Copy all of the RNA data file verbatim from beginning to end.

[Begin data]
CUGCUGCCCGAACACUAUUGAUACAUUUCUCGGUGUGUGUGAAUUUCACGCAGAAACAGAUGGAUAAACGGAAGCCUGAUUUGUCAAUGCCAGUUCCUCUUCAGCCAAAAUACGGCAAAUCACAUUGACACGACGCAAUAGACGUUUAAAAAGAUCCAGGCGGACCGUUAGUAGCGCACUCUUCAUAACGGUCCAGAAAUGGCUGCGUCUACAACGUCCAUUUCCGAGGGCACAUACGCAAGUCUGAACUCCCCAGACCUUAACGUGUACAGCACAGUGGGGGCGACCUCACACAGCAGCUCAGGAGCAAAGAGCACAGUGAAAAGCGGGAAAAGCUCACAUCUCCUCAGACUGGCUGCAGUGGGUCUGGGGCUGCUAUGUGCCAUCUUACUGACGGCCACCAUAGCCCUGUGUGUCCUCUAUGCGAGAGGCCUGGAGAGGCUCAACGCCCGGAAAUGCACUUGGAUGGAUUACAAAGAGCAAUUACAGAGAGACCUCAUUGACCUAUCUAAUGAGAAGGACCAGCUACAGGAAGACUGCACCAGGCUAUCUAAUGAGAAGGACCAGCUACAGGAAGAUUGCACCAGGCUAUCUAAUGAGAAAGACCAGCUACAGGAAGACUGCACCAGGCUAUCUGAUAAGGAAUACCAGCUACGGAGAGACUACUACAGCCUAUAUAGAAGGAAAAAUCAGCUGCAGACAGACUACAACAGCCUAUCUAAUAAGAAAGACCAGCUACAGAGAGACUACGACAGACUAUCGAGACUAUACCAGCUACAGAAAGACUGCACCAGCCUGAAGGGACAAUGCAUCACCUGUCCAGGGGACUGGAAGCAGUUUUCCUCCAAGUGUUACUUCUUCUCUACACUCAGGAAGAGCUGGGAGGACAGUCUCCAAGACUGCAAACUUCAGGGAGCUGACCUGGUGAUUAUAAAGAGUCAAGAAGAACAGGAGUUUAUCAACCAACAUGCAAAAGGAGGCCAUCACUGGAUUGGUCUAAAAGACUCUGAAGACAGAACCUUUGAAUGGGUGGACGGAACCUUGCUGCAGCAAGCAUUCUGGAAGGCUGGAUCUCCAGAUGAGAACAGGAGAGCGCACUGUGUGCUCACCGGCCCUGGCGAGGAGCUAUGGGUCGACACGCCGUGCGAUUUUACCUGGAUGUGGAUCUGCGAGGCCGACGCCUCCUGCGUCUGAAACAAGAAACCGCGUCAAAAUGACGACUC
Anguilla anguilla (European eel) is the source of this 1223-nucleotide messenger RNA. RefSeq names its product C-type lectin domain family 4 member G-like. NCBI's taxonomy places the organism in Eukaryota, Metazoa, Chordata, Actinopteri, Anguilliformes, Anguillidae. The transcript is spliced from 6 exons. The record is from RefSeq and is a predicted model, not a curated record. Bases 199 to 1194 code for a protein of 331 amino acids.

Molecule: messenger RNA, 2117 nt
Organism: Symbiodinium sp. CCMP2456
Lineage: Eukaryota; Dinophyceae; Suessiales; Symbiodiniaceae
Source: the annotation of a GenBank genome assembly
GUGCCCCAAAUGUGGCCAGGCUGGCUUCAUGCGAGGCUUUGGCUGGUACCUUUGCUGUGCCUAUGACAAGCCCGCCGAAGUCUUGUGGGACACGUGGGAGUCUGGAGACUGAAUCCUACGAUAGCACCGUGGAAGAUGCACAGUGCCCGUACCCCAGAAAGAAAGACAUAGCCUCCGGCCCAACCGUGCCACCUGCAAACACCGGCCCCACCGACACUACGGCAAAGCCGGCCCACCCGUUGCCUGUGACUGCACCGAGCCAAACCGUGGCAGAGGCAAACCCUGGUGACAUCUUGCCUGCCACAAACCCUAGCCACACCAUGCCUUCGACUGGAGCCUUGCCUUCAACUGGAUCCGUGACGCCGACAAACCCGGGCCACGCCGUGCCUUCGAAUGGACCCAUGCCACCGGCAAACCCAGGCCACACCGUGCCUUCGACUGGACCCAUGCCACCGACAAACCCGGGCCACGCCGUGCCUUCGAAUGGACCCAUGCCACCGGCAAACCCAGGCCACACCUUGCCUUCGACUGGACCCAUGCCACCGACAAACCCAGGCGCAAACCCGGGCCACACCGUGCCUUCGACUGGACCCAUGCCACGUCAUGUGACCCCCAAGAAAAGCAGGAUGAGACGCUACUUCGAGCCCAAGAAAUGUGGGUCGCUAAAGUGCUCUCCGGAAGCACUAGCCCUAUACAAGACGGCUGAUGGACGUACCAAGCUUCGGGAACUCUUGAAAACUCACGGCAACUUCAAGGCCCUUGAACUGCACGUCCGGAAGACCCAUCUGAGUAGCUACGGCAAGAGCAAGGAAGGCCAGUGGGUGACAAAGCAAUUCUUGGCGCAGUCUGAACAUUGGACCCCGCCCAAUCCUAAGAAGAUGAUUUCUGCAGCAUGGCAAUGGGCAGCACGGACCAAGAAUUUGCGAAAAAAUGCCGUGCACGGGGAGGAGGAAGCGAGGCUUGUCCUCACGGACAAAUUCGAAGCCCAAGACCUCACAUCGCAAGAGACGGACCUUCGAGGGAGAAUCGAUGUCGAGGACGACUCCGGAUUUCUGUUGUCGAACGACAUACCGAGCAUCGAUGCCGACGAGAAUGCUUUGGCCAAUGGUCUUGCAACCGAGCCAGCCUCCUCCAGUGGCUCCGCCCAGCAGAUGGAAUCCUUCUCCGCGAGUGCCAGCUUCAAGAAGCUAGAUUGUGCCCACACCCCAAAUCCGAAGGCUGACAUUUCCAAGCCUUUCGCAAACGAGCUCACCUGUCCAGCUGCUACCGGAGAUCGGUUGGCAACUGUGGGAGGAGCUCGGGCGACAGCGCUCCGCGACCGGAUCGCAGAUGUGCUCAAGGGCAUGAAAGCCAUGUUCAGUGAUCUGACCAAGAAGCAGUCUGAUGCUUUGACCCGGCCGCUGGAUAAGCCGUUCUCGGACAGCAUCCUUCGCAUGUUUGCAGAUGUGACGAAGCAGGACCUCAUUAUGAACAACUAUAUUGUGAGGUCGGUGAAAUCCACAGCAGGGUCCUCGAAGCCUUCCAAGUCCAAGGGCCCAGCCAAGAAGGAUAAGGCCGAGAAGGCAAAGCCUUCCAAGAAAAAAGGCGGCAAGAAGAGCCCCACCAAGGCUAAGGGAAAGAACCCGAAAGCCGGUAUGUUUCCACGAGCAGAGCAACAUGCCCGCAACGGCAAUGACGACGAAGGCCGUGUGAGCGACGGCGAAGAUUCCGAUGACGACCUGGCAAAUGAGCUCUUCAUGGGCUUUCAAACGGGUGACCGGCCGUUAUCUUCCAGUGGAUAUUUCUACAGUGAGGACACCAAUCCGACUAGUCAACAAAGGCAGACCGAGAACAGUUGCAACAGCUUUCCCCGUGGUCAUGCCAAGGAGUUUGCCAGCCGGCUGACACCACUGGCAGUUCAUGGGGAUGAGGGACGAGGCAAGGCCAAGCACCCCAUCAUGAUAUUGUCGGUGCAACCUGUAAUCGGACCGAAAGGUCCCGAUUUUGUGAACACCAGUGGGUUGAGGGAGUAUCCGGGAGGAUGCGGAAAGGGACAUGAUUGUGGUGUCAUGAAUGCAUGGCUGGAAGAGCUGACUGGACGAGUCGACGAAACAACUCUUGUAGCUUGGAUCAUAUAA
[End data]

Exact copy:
CUGCUGCCCGAACACUAUUGAUACAUUUCUCGGUGUGUGUGAAUUUCACGCAGAAACAGAUGGAUAAACGGAAGCCUGAUUUGUCAAUGCCAGUUCCUCUUCAGCCAAAAUACGGCAAAUCACAUUGACACGACGCAAUAGACGUUUAAAAAGAUCCAGGCGGACCGUUAGUAGCGCACUCUUCAUAACGGUCCAGAAAUGGCUGCGUCUACAACGUCCAUUUCCGAGGGCACAUACGCAAGUCUGAACUCCCCAGACCUUAACGUGUACAGCACAGUGGGGGCGACCUCACACAGCAGCUCAGGAGCAAAGAGCACAGUGAAAAGCGGGAAAAGCUCACAUCUCCUCAGACUGGCUGCAGUGGGUCUGGGGCUGCUAUGUGCCAUCUUACUGACGGCCACCAUAGCCCUGUGUGUCCUCUAUGCGAGAGGCCUGGAGAGGCUCAACGCCCGGAAAUGCACUUGGAUGGAUUACAAAGAGCAAUUACAGAGAGACCUCAUUGACCUAUCUAAUGAGAAGGACCAGCUACAGGAAGACUGCACCAGGCUAUCUAAUGAGAAGGACCAGCUACAGGAAGAUUGCACCAGGCUAUCUAAUGAGAAAGACCAGCUACAGGAAGACUGCACCAGGCUAUCUGAUAAGGAAUACCAGCUACGGAGAGACUACUACAGCCUAUAUAGAAGGAAAAAUCAGCUGCAGACAGACUACAACAGCCUAUCUAAUAAGAAAGACCAGCUACAGAGAGACUACGACAGACUAUCGAGACUAUACCAGCUACAGAAAGACUGCACCAGCCUGAAGGGACAAUGCAUCACCUGUCCAGGGGACUGGAAGCAGUUUUCCUCCAAGUGUUACUUCUUCUCUACACUCAGGAAGAGCUGGGAGGACAGUCUCCAAGACUGCAAACUUCAGGGAGCUGACCUGGUGAUUAUAAAGAGUCAAGAAGAACAGGAGUUUAUCAACCAACAUGCAAAAGGAGGCCAUCACUGGAUUGGUCUAAAAGACUCUGAAGACAGAACCUUUGAAUGGGUGGACGGAACCUUGCUGCAGCAAGCAUUCUGGAAGGCUGGAUCUCCAGAUGAGAACAGGAGAGCGCACUGUGUGCUCACCGGCCCUGGCGAGGAGCUAUGGGUCGACACGCCGUGCGAUUUUACCUGGAUGUGGAUCUGCGAGGCCGACGCCUCCUGCGUCUGAAACAAGAAACCGCGUCAAAAUGACGACUC
Anguilla anguilla (European eel) is the source of this 1223-nucleotide messenger RNA. RefSeq names its product C-type lectin domain family 4 member G-like. NCBI's taxonomy places the organism in Eukaryota, Metazoa, Chordata, Actinopteri, Anguilliformes, Anguillidae. The transcript is spliced from 6 exons. The record is from RefSeq and is a predicted model, not a curated record. Bases 199 to 1194 code for a protein of 331 amino acids.

Molecule: messenger RNA, 2117 nt
Organism: Symbiodinium sp. CCMP2456
Lineage: Eukaryota; Dinophyceae; Suessiales; Symbiodiniaceae
Source: the annotation of a GenBank genome assembly
GUGCCCCAAAUGUGGCCAGGCUGGCUUCAUGCGAGGCUUUGGCUGGUACCUUUGCUGUGCCUAUGACAAGCCCGCCGAAGUCUUGUGGGACACGUGGGAGUCUGGAGACUGAAUCCUACGAUAGCACCGUGGAAGAUGCACAGUGCCCGUACCCCAGAAAGAAAGACAUAGCCUCCGGCCCAACCGUGCCACCUGCAAACACCGGCCCCACCGACACUACGGCAAAGCCGGCCCACCCGUUGCCUGUGACUGCACCGAGCCAAACCGUGGCAGAGGCAAACCCUGGUGACAUCUUGCCUGCCACAAACCCUAGCCACACCAUGCCUUCGACUGGAGCCUUGCCUUCAACUGGAUCCGUGACGCCGACAAACCCGGGCCACGCCGUGCCUUCGAAUGGACCCAUGCCACCGGCAAACCCAGGCCACACCGUGCCUUCGACUGGACCCAUGCCACCGACAAACCCGGGCCACGCCGUGCCUUCGAAUGGACCCAUGCCACCGGCAAACCCAGGCCACACCUUGCCUUCGACUGGACCCAUGCCACCGACAAACCCAGGCGCAAACCCGGGCCACACCGUGCCUUCGACUGGACCCAUGCCACGUCAUGUGACCCCCAAGAAAAGCAGGAUGAGACGCUACUUCGAGCCCAAGAAAUGUGGGUCGCUAAAGUGCUCUCCGGAAGCACUAGCCCUAUACAAGACGGCUGAUGGACGUACCAAGCUUCGGGAACUCUUGAAAACUCACGGCAACUUCAAGGCCCUUGAACUGCACGUCCGGAAGACCCAUCUGAGUAGCUACGGCAAGAGCAAGGAAGGCCAGUGGGUGACAAAGCAAUUCUUGGCGCAGUCUGAACAUUGGACCCCGCCCAAUCCUAAGAAGAUGAUUUCUGCAGCAUGGCAAUGGGCAGCACGGACCAAGAAUUUGCGAAAAAAUGCCGUGCACGGGGAGGAGGAAGCGAGGCUUGUCCUCACGGACAAAUUCGAAGCCCAAGACCUCACAUCGCAAGAGACGGACCUUCGAGGGAGAAUCGAUGUCGAGGACGACUCCGGAUUUCUGUUGUCGAACGACAUACCGAGCAUCGAUGCCGACGAGAAUGCUUUGGCCAAUGGUCUUGCAACCGAGCCAGCCUCCUCCAGUGGCUCCGCCCAGCAGAUGGAAUCCUUCUCCGCGAGUGCCAGCUUCAAGAAGCUAGAUUGUGCCCACACCCCAAAUCCGAAGGCUGACAUUUCCAAGCCUUUCGCAAACGAGCUCACCUGUCCAGCUGCUACCGGAGAUCGGUUGGCAACUGUGGGAGGAGCUCGGGCGACAGCGCUCCGCGACCGGAUCGCAGAUGUGCUCAAGGGCAUGAAAGCCAUGUUCAGUGAUCUGACCAAGAAGCAGUCUGAUGCUUUGACCCGGCCGCUGGAUAAGCCGUUCUCGGACAGCAUCCUUCGCAUGUUUGCAGAUGUGACGAAGCAGGACCUCAUUAUGAACAACUAUAUUGUGAGGUCGGUGAAAUCCACAGCAGGGUCCUCGAAGCCUUCCAAGUCCAAGGGCCCAGCCAAGAAGGAUAAGGCCGAGAAGGCAAAGCCUUCCAAGAAAAAAGGCGGCAAGAAGAGCCCCACCAAGGCUAAGGGAAAGAACCCGAAAGCCGGUAUGUUUCCACGAGCAGAGCAACAUGCCCGCAACGGCAAUGACGACGAAGGCCGUGUGAGCGACGGCGAAGAUUCCGAUGACGACCUGGCAAAUGAGCUCUUCAUGGGCUUUCAAACGGGUGACCGGCCGUUAUCUUCCAGUGGAUAUUUCUACAGUGAGGACACCAAUCCGACUAGUCAACAAAGGCAGACCGAGAACAGUUGCAACAGCUUUCCCCGUGGUCAUGCCAAGGAGUUUGCCAGCCGGCUGACACCACUGGCAGUUCAUGGGGAUGAGGGACGAGGCAAGGCCAAGCACCCCAUCAUGAUAUUGUCGGUGCAACCUGUAAUCGGACCGAAAGGUCCCGAUUUUGUGAACACCAGUGGGUUGAGGGAGUAUCCGGGAGGAUGCGGAAAGGGACAUGAUUGUGGUGUCAUGAAUGCAUGGCUGGAAGAGCUGACUGGACGAGUCGACGAAACAACUCUUGUAGCUUGGAUCAUAUAA